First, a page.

Safari: A vulnerability in Safari could leak a user’s logged-in Google account data and browsing history if exploited by cybercriminals. It was discovered by FingerprintJS, which revealed the details on Friday (14).
The problem lies with the implementation of the IndexedDB API in Safari’s WebKit engine on iOS and macOS, according to the Fingerprint and Fraud Detection Service. This application programming interface stores the data in the browser and restricts access to it to the website on which it was generated.
However, an error in this system allows the violation of the “same origin” policy, allowing a site to see the bases generated by others, in addition to its own, in case of exploitation. Google services, for example, store an IndexedDB instance for each connected account, with the database name corresponding to the user ID.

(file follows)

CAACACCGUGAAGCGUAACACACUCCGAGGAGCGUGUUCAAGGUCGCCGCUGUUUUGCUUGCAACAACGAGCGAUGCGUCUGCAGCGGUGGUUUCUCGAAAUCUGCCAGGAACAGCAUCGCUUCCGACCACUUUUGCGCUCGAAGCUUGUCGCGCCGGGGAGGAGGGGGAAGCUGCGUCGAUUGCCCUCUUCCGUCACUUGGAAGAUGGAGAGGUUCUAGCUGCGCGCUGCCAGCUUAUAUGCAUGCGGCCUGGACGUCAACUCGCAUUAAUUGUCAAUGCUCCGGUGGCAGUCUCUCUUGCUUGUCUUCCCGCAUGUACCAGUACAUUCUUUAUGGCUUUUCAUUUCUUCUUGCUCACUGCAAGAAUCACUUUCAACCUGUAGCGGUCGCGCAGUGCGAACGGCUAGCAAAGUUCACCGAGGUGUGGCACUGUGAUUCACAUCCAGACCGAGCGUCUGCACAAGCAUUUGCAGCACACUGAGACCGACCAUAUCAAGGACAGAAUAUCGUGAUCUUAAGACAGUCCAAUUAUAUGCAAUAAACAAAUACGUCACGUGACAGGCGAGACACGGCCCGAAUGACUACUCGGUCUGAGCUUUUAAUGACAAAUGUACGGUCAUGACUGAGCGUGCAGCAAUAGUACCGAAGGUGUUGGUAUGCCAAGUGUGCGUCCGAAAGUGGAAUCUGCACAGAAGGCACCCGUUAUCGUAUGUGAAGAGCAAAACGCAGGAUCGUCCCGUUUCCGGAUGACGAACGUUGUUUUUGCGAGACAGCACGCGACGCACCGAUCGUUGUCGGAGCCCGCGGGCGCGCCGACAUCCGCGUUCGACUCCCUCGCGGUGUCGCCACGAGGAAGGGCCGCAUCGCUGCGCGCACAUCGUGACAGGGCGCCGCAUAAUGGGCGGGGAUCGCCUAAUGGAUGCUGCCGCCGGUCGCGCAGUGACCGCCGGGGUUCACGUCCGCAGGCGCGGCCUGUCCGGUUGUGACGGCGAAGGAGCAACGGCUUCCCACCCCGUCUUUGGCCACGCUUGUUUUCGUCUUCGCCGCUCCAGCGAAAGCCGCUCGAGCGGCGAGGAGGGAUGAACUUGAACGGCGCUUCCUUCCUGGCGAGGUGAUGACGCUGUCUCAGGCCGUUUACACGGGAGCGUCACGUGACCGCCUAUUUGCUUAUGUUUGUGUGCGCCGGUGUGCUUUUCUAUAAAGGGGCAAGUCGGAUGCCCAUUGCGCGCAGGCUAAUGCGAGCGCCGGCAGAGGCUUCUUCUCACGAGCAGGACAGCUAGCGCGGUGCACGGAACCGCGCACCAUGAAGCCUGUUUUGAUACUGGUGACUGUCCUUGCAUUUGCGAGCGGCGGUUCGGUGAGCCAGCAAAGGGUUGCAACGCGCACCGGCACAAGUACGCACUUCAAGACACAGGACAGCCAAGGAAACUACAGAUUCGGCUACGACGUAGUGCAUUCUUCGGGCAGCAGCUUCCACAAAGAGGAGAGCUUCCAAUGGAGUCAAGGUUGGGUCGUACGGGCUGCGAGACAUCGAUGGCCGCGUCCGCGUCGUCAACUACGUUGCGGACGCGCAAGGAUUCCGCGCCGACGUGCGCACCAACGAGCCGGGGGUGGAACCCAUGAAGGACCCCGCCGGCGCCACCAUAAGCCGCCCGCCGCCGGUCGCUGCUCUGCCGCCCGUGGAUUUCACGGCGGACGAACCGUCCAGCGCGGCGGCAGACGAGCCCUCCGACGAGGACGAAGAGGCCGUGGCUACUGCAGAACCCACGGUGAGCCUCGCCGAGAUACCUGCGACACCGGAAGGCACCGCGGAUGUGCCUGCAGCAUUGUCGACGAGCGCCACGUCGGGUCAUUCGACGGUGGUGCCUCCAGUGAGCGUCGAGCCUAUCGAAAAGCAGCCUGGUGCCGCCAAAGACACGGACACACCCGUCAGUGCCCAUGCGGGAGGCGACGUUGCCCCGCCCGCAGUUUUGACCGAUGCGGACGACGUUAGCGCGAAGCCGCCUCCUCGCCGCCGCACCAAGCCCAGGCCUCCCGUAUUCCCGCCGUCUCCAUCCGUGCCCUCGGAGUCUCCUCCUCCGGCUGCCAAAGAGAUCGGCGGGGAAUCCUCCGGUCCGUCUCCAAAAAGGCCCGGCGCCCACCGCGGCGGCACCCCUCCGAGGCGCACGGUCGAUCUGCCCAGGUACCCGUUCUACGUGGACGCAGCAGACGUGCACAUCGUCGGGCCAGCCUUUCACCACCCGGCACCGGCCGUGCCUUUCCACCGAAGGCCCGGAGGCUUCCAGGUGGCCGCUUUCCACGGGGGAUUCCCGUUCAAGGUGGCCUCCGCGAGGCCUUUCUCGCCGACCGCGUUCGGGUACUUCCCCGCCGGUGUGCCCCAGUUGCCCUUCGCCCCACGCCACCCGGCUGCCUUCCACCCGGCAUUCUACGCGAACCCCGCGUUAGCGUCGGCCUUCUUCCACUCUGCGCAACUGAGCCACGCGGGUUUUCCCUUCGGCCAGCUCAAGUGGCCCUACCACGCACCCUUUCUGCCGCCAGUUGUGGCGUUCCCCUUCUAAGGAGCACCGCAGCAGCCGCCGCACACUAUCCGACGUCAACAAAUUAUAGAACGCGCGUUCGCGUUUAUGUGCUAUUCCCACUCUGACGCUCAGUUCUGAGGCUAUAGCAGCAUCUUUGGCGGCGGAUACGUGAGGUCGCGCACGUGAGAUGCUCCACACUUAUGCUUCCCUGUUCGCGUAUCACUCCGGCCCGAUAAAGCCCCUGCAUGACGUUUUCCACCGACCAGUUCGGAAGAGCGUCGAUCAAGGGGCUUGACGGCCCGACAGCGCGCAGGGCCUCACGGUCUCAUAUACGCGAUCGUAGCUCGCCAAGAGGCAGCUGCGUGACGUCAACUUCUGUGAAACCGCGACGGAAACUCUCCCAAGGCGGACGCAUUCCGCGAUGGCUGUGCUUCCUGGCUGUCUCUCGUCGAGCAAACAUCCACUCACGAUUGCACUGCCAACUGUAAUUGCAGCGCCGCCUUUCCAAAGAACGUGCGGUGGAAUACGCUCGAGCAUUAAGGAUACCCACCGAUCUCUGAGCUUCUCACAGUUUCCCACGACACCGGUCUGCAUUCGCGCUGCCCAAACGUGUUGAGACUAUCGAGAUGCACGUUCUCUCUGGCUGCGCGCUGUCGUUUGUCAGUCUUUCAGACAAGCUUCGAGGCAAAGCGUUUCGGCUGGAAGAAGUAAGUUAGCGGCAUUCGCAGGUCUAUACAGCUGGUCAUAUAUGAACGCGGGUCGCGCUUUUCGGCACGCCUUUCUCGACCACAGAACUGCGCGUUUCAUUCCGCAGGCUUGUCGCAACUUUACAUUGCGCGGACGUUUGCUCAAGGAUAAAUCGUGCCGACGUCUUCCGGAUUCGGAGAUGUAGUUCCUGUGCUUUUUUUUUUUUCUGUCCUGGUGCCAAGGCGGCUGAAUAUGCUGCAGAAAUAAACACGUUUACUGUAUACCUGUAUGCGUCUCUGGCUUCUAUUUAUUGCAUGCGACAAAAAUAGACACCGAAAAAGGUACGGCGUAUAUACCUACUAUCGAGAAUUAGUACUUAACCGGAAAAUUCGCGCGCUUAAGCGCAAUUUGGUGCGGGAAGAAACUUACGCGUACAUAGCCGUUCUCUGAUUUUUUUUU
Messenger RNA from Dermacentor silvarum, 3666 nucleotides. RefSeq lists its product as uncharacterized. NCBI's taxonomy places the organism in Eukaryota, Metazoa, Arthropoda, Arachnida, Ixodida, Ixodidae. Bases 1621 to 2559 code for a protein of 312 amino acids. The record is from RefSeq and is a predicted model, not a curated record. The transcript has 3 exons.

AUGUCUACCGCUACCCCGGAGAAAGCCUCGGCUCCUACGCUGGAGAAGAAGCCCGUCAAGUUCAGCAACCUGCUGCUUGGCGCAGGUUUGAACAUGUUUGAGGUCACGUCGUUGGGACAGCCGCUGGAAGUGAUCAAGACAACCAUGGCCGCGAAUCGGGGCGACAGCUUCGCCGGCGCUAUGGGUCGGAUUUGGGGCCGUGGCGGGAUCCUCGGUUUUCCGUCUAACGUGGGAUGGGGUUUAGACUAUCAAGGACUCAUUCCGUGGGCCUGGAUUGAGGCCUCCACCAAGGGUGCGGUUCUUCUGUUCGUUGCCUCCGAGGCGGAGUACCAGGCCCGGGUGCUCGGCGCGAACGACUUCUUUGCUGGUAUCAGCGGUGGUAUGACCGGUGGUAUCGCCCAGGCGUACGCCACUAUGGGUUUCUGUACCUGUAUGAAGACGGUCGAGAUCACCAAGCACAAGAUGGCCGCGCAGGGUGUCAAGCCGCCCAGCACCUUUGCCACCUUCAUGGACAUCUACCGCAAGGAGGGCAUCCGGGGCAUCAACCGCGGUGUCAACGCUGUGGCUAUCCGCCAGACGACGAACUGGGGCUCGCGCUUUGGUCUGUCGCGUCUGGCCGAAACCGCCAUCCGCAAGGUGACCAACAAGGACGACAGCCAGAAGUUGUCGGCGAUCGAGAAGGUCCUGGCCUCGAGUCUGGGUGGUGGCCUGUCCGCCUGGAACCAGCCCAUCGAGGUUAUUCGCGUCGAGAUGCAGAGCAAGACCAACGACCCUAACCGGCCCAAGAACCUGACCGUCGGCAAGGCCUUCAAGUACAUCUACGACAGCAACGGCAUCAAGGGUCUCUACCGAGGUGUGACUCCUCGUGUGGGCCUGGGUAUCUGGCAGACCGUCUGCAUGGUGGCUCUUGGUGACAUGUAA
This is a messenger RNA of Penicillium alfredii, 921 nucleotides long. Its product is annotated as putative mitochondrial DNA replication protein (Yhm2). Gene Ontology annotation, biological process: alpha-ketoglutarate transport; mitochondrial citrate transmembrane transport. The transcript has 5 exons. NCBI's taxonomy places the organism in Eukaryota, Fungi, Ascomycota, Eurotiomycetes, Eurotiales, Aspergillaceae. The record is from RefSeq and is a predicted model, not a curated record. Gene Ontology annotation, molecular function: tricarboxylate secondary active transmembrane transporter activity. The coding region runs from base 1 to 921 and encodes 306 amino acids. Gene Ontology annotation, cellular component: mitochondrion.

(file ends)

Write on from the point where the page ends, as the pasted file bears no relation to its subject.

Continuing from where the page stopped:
By taking advantage of the loophole, a malicious website can scrape data related to the search giant’s services and discover various other information about a particular person, according to experts. In the tests done by them, it was even possible to access the user’s profile picture.
Problem not fixed
According to FingerprintJS, the Safari bug was reported to Apple on November 28th, but so far there is no fix. In the meantime, the best way to mitigate the problem is to choose a non-WebKit based browser, but this only works on macOS — all browsers are affected on iOS and iPadOS as they use Apple’s browser engine.